The Co-operative Calls For Moratorium On Shale Gas Extraction In The UK
Released on: January 21, 2011, 10:13 am
The Co-operative Group
January 21, 2011 - The Government should impose an immediate
moratorium on the extraction of natural gas from the UK’s shale
formations until all the ecological implications are fully understood.
That is the conclusion of a carefully considered report commissioned by The
Co-operative to coincide with the UK premiere of the award winning film, Gasland,
which shows the astonishing implications of shale gas extraction in the United
The report, written by the internationally respected Tyndall Centre, part of The
University of Manchester, highlights evidence from the US, where some residents of
Pennsylvania can now set fire to their drinking water, which suggests shale gas
extraction brings a significant risk of groundwater contamination.
Moreover, the exploitation of gas shales is bringing new greenhouse gas sources into
play and even a mid-range extraction scenario could see carbon dioxide levels rise
globally by some 5 parts per million by 2050. This will further reduce any slim
possibility of maintaining global temperature changes at or below 2˚C and
thereby increase the risk of entering a period of ‘dangerous climate change’.
The report concludes that until a sufficient evidence base is developed, a
precautionary approach to development in the UK is the only responsible action to
take to minimise the potential impact on global climate change.
With conventional natural gas reserves declining globally, shale gas has emerged as
a potentially significant new source of “unconventional gas”. In the United States,
production of shale gas expanded fivefold between 1990 and 2008 and it is predicted
that production will expand further to meet a significant proportion of US gas
demand in the next 20 years.
The rapid growth of shale gas production in the US has raised interest in the UK,
with a number of businesses beginning activities, particularly on the Fylde coast of
North West England.
In large measure, this expansion is possible because of the new technologies of
horizontal drilling and hydraulic fracturing, which make shale gas extraction more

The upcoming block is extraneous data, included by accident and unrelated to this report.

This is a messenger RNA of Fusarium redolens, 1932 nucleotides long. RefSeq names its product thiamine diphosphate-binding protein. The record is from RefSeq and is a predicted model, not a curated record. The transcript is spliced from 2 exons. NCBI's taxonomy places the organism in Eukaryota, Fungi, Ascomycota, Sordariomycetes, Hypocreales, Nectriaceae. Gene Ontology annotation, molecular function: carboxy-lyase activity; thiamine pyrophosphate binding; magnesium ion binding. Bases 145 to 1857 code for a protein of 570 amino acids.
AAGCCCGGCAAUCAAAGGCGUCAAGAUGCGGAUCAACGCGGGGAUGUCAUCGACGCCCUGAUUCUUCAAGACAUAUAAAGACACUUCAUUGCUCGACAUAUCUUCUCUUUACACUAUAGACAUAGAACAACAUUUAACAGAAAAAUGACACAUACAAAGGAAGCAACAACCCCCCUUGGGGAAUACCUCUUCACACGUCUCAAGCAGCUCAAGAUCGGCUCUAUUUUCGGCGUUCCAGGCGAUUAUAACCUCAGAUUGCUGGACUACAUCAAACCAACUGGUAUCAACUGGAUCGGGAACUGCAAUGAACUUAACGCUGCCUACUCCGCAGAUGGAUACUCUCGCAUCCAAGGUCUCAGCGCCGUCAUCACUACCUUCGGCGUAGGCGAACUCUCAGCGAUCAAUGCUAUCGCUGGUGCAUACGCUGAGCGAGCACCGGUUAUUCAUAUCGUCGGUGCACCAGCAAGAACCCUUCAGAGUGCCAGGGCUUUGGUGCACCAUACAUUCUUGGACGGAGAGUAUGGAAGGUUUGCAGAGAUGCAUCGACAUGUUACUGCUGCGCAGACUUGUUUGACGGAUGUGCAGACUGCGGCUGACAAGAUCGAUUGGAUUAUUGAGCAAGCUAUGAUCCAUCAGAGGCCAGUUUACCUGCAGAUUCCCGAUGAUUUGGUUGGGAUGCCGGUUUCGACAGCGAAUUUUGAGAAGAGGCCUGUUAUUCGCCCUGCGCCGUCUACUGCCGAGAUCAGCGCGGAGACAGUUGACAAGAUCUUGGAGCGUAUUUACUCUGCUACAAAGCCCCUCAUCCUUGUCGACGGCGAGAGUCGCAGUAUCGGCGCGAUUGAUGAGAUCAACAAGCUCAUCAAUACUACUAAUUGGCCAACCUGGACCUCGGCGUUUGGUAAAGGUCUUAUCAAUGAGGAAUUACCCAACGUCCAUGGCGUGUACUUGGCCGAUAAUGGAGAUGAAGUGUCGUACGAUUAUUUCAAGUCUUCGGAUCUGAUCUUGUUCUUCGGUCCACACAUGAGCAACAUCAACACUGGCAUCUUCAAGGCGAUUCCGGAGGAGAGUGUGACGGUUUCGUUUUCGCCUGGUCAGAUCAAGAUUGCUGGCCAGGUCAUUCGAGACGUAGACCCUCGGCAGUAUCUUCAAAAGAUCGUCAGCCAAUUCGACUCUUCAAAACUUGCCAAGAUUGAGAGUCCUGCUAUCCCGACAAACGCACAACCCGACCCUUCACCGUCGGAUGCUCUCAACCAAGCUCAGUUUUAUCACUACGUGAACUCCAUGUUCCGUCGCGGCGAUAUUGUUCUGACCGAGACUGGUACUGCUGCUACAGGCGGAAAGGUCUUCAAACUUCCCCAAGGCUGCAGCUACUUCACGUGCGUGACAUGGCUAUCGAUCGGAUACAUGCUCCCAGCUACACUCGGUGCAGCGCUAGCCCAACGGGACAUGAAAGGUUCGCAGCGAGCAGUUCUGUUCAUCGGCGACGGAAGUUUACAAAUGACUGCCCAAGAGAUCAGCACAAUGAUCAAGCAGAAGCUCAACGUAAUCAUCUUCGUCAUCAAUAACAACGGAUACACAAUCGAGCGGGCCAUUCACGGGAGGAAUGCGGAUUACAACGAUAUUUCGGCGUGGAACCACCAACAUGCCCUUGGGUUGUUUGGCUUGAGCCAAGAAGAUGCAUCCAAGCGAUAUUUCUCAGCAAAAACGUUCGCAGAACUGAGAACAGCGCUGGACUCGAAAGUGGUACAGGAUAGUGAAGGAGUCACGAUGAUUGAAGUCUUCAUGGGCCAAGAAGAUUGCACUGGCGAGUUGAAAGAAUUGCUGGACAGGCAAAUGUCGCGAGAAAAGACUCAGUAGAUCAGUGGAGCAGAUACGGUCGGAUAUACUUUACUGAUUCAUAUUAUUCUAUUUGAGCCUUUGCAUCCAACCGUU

The Report raises serious questions about environmental and human health risks,
+ The release, globally, of significant quantities of greenhouse gases into the
+ Potential groundwater contamination associated with chemicals used in the
hydraulic fracturing process and the mobilisation of heavy metals and hydrocarbons.
+ Resource issues including abstraction of significant quantities of water for
hydraulic fracturing processes and land use.
The report also looks at the explicit implications of exploiting shale gas within
the UK, which is likely to give rise to a range of additional challenges, including:
+ The UK is densely populated and consequently any wells associated with shale gas
extraction are likely to be relatively close to population centres.
+ The proximity of such extraction will give rise to a range of local concerns
including noise pollution, high levels of truck movements and considerable land use
Neville Richardson, Chief Executive of The Co-operative Financial Services, said: “On the face of it new natural gas finds appear to be good news, but this important
report highlights the significant gaps in our knowledge when it comes to
understanding the impacts of shale gas extraction.
“That is why we are calling for a moratorium on any further exploitation of shale
gas which will allow the wider environmental concerns to be fully exposed and
“Our members have been fully supportive of our on-going Toxic Fuels campaign in which we have highlighted the issues associated with tar
sands, and as a responsible institutional investor we will continue to engage with
energy companies in order to ensure they act responsibly and work to support the
development of sustainable energy sources.”
Kevin Anderson, Professor of Energy and Climate Change at the Tyndall Centre,
University of Manchester, said: “In an energy hungry world any new fossil fuel
resource will only lead to additional carbon emissions. In the case of shale gas
there is also a significant risk its use will delay the introduction of renewable
energy alternatives. Consequently, if we are serious about avoiding dangerous climate change, the only safe place for shale gas remains in the ground.”
In looking at global emissions from shale gas consumption, three scenarios were
prepared that utilised varying degrees of reserve exploitation. The resulting
increase in atmospheric concentration of carbon dioxide ranged from 3 to 11 parts
per million by 2050.
Contact Details: Dave Smith
The Co-operative Group Press Office
Tel: 0161 827 5614
Mob: 07702 152771
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